Objecting to cost, yes... but all the water and sewer is either paid for by the city or grant monies. They were to pay 100% for curb & gutter, sidewalks, and storm inlets. They were to pay 1/3 of the street costs. It ended up at 75 buck a linear foot, to be paid over 30 years.

Mike DeVuono said:
Another thing you may want to persue, if you haven't already, is to make sure every resident on the street understands EXACTLY what is proposed, why it is proposed, and how it will benefit them and the community in the long run. I have found that it is usually the diehard NIMBY types who circulate these petitions, and collect signatures from a public that is not completely informed, or informed with only the knowledge presented by those against the project.
We did everything we could to disseminate the information, and heard nothing until the two biggest yahoos on the street came up with a petition... and I have it from several residents who were for the project that they strongarmed, and lied about the project. The biggest lie was this... "If we stop the project now, the city will come back and do it for less."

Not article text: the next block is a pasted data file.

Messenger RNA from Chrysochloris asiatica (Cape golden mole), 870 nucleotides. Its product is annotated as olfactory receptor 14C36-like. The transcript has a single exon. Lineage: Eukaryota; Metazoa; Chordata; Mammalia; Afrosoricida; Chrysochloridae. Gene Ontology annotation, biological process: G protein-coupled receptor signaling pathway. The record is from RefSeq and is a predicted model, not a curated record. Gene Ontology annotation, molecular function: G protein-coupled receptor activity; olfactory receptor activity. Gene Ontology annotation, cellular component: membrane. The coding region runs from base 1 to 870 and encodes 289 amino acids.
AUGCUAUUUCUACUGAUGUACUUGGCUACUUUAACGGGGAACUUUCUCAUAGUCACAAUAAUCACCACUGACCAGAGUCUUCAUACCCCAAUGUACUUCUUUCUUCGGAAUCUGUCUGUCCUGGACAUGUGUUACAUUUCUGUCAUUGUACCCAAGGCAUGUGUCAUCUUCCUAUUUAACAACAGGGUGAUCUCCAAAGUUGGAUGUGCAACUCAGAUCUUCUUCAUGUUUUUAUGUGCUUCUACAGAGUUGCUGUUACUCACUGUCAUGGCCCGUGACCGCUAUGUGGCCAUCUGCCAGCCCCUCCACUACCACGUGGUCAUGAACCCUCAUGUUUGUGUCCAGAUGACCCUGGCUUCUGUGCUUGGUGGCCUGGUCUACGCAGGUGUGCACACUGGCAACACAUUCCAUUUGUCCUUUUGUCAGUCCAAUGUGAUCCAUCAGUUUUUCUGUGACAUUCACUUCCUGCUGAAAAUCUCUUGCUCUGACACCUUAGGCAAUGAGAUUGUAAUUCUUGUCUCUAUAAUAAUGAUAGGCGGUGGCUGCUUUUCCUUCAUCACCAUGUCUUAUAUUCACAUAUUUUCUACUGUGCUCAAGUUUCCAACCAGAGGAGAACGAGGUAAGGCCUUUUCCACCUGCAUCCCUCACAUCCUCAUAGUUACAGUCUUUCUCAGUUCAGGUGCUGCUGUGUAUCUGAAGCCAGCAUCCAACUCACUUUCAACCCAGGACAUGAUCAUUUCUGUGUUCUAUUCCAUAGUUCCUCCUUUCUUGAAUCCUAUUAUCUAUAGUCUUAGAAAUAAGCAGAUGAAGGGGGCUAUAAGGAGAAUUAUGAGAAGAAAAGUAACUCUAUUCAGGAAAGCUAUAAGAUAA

My first instict was to make liars of them. Put their street at the bottom of the list for even a kernel of asphalt patch... but now, I've awakened with a new idea... and it's a brand new day!

Get this. Four people, the two aformentioned yahoos and two other loud complainers attended the meeting, out of 29 owners. What struck me as I sat up in bed was this... they all live at one end of the street. They live at the far end. Which means... TA-DA! I can cut ove 4/10ths of the project, end it where the "trailer park" starts, and charge the other owners around $800 apiece.

Yep, I'm going to do it MUCH cheaper... just not for the knotheads who stand in the way of progress. If I can get my boss, the Council, and the granting agency to agree... I'll be happy. And this is the sign I'll put up where the new road ends!